Local BusinessPrince George's CountyWilliam J. Ford

More Businesses Could Reopen in Prince George’s

If certain coronavirus measures continue to decrease, more businesses could reopen in Prince George’s County by June 15.

Some of those indicators include lower hospitalization rates, deaths and confirmed cases have either decreased or remained stable in the past month.

For instance, confirmed cases in the majority Black jurisdiction reached its highest point the week of April 26 at 2,407. It decreased every week since to 1,427 the week of May 24.

During the same timeframe, COVID-19 tests collected increased from 5,628 to 10,870.

The first four weeks of the same period death rates dropped from 71 to 47. The final week it rose by one patient to 48.

“We are encouraged by the trends we are seeing in our data since announcing our modified phase one reopening, but we must remain vigilant,” County Executive Angela Alsobrooks said in a statement. “All of our indicators tell us that COVID-19 is still active in our community and while I am eager to continue reopening our county, we must do so in a safe, smart and responsible manner that is data-driven.”

The county joins Montgomery County in maintaining a phase one reopening of businesses, which include carryout services for restaurants and farmer’s markets, curbside pickup at retail stores and gatherings of 10 or fewer people at churches and houses of worship.

Both jurisdictions continue to record the highest number of confirmed cases in the state and continue to rise above the state’s positivity test rate.

Baltimore City lifted some of its restrictions and moved into a phase one reopening of certain businesses Monday, June 8.

The remaining 21 counties in the state followed Gov. Larry Hogan’s stage two “Maryland Strong: Roadmap to Recovery” plan, which allowed nonessential businesses to open.

For instance, residents can go to nail salons, visit tattoo parlors and tanning salons can also open but at 50 percent capacity by appointment only.

Offices such as real estate, financial institutions and advertising and architectural firms “will all be open and operational in Maryland.”

State agencies such as the Motor Vehicle Administration reopened Monday, June 8 at select branches.

In Prince George’s County, the Largo station will provide driver’s license renewals, driver’s tests and vehicle titles by appointment only.

One industry that remains on par deals with construction, especially in the D.C. area where drivers can view dust from construction vehicles hoisting bricks and other materials to build residential and commercial businesses.

The Maryland Department of Labor projects the state will produce slightly more than 171,000 construction jobs in the state this year, an 8 percent increase from two years ago at almost 158,000.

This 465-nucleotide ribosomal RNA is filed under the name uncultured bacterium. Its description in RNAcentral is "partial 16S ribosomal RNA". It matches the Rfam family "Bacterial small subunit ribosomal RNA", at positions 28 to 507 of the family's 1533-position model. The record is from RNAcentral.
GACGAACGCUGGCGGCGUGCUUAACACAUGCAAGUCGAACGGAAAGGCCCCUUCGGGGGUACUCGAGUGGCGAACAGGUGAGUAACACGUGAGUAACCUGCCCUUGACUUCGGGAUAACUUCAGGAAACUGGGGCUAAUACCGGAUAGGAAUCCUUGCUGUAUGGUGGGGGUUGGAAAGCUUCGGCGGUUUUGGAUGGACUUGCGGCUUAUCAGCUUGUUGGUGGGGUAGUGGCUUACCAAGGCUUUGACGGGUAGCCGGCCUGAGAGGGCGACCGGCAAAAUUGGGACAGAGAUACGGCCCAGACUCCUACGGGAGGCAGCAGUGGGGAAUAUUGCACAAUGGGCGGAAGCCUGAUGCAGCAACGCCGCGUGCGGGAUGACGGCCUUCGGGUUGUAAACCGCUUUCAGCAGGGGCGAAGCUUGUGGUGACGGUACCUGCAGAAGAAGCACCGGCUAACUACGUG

Columbia Enterprises, a general contractor established more than 25 years ago with offices in southeast D.C. and Camp Springs in the county, closed for about a week to implement safety and health protocols, said Patricia Mitchell, vice president of finance and administration for Columbia.

The Black-owned business with at least 20 employees currently works on one of the county’s biggest projects: the $543 million regional medical center under construction in Largo scheduled to open next year. The company helps to make sure certain parts of the project such as inspections are completed.

Mitchell said the coronavirus has slowed down progress to start new projects, but those already in effect remain steady. She said each site must provide sanitary stations, masks and gloves.

“Construction has been one industry, especially in the DMV, that has not been affected,” she said. “Our customers have looked at this as being able to get a lot of work done without a lot of traffic.”

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William J. Ford – Washington Informer Staff Writer

I decided I wanted to become a better writer while attending Bowie State University and figured that writing for the school newspaper would help. I’m not sure how much it helped, but I enjoyed it so much I decided to keep on doing it, which I still thoroughly enjoy 20 years later. If I weren’t a journalist, I would coach youth basketball. Actually, I still play basketball, or at least try to play, once a week. My kryptonite is peanut butter. What makes me happy – seeing my son and two godchildren grow up. On the other hand, a bad call made by an official during a football or basketball game makes me throw up my hands and scream. Favorite foods include pancakes and scrambled eggs which I could eat 24-7. The strangest thing that’s ever happened to me, or more accurately the most painful, was when I was hit by a car on Lancaster Avenue in Philadelphia. If I had the power or money to change the world, I’d make sure everyone had three meals a day. And while I don’t have a motto or favorite quote, I continue to laugh which keeps me from driving myself crazy. You can reach me several ways: Twitter @jabariwill, Instagram will_iam.ford2281 or e-mail, wford@washingtoninformer.com

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